Some believe that the heightened inflammation that is associated with many autoimmune diseases might be due to the increased level of difficulty of carrying a pregnancy to term. While most women have natural fears of the difficulty associated with pregnancy, it is not surprising that those who would likely endure further struggles would not be as inclined to have a child. One anxiety that would understandably be associated with the process would be autoimmune ID, which is a condition in which one's own immune system is triggered to attack an implanted embryo, which causes miscarriages. While women with or without the autoimmune disorder can suffer from miscarriages, the risk has shown to be significantly higher in those who do have rheumatoid arthritis.

Others have pointed out that aside from the difficulties that could occur during a pregnancy, beforehand it is also tremendously difficult. For women who are trying to get pregnant and have rheumatoid arthritis, the process has shown to take a much longer amount of time. Researchers believe that this could be a result of an attempt to time conception with disease flares, requiring time off of medication that could harm the baby, etc. Autoimmune diseases such as rheumatoid arthritis have also shown to potentially be capable of causing irregular ovulation, which complicates the process of becoming pregnant.

While there may be some added hardships, none of this means that it is impossible for those who have rheumatoid arthritis to get pregnant. In fact, many women do get pregnant and have babies without any problems. If it can't seem to occur naturally, there is also the option of IVF. Plus, there's an added bonus: rheumatoid arthritis symptoms have shown to become more manageable during both pregnancy and IVF treatment!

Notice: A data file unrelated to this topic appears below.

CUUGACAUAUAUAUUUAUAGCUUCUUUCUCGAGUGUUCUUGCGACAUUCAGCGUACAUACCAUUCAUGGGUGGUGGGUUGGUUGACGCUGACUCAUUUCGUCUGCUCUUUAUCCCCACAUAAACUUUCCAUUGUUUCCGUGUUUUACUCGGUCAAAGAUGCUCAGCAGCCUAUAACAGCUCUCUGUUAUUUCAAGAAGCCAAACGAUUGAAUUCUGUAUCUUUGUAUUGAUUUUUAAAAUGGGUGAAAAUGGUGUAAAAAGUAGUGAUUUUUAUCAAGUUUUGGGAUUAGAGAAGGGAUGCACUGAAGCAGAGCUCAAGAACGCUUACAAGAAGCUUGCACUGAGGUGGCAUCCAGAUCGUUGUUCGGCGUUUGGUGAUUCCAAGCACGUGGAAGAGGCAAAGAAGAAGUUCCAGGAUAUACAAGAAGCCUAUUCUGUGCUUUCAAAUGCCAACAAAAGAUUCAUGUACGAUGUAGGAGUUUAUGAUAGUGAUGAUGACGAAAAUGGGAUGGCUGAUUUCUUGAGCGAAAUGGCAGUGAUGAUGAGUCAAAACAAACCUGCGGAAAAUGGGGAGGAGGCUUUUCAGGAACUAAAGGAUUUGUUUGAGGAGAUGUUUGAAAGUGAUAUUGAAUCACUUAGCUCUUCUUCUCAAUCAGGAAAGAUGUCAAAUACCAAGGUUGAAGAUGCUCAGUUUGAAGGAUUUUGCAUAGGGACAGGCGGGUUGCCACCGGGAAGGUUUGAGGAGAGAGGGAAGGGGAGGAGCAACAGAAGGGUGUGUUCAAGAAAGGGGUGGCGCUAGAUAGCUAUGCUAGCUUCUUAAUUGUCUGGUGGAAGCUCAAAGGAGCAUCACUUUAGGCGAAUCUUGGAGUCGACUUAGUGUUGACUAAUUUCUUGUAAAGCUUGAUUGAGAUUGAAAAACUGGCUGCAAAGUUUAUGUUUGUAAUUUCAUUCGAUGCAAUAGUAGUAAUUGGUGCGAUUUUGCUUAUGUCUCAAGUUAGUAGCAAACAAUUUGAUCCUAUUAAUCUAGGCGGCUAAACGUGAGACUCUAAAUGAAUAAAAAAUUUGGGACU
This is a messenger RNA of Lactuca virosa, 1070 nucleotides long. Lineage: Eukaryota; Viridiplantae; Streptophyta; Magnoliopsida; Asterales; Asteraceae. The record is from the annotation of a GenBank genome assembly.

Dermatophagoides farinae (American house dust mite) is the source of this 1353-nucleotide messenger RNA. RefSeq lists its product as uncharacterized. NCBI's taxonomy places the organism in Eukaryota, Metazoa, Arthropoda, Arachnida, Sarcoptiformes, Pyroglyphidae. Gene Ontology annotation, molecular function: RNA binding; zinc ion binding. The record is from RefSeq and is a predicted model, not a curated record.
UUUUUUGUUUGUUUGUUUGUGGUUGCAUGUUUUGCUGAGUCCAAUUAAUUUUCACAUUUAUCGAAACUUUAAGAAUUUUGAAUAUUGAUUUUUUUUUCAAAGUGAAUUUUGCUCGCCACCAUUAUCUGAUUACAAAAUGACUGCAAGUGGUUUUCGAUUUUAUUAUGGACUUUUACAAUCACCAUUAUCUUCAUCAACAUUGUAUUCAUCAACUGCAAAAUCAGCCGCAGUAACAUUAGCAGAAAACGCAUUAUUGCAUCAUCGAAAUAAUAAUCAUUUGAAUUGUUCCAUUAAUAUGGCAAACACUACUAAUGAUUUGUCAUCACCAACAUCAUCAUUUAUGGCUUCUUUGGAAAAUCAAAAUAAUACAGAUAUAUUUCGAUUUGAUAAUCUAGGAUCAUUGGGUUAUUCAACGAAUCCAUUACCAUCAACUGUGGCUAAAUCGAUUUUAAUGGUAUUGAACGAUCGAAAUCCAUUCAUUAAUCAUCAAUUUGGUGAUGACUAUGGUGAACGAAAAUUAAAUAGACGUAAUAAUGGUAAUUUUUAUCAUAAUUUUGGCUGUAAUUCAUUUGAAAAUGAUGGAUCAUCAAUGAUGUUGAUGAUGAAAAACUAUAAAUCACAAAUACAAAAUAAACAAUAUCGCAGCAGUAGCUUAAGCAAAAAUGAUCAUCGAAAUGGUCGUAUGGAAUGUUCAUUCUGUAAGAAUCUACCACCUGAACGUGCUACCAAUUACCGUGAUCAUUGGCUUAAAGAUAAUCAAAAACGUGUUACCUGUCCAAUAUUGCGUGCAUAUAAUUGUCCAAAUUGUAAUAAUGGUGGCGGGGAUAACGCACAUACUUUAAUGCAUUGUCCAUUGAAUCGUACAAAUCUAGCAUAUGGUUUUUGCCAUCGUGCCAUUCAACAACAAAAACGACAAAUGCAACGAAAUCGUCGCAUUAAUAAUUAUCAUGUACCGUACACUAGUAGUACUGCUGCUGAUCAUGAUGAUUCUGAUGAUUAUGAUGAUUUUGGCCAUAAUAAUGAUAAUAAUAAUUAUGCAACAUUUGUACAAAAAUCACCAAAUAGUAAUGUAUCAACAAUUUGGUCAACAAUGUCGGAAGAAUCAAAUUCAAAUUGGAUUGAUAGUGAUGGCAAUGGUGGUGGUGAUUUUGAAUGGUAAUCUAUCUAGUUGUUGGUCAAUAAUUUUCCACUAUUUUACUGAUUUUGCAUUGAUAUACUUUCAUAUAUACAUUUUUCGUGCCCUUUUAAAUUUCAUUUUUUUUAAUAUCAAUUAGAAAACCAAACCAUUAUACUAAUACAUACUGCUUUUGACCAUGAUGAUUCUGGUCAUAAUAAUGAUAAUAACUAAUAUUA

Final thoughts

So, while there is no decisive answer to whether or not rheumatoid arthritis can affect fertility, it is important for women to be aware of what some believe to be a possibility. Even if further research turns out to show that rheumatoid arthritis cannot affect fertility, being prepared for road bumps in the process never hurts.

One woman with rheumatoid arthritis who is going through the process of freezing her eggs explains how she feels about her experience so far: "I'm nervous about taking all the medications and what they might do to my RA symptoms, but I'm also feeling empowered about living in a time when I have the opportunity to freeze my eggs and get a bit of a fertility boost from science."

It is certainly nothing short of a miracle that science has come such a long way to enable those to have children that might not be able to otherwise. For those brave young women who have rheumatoid arthritis and are freezing their eggs, it has been a life-changer.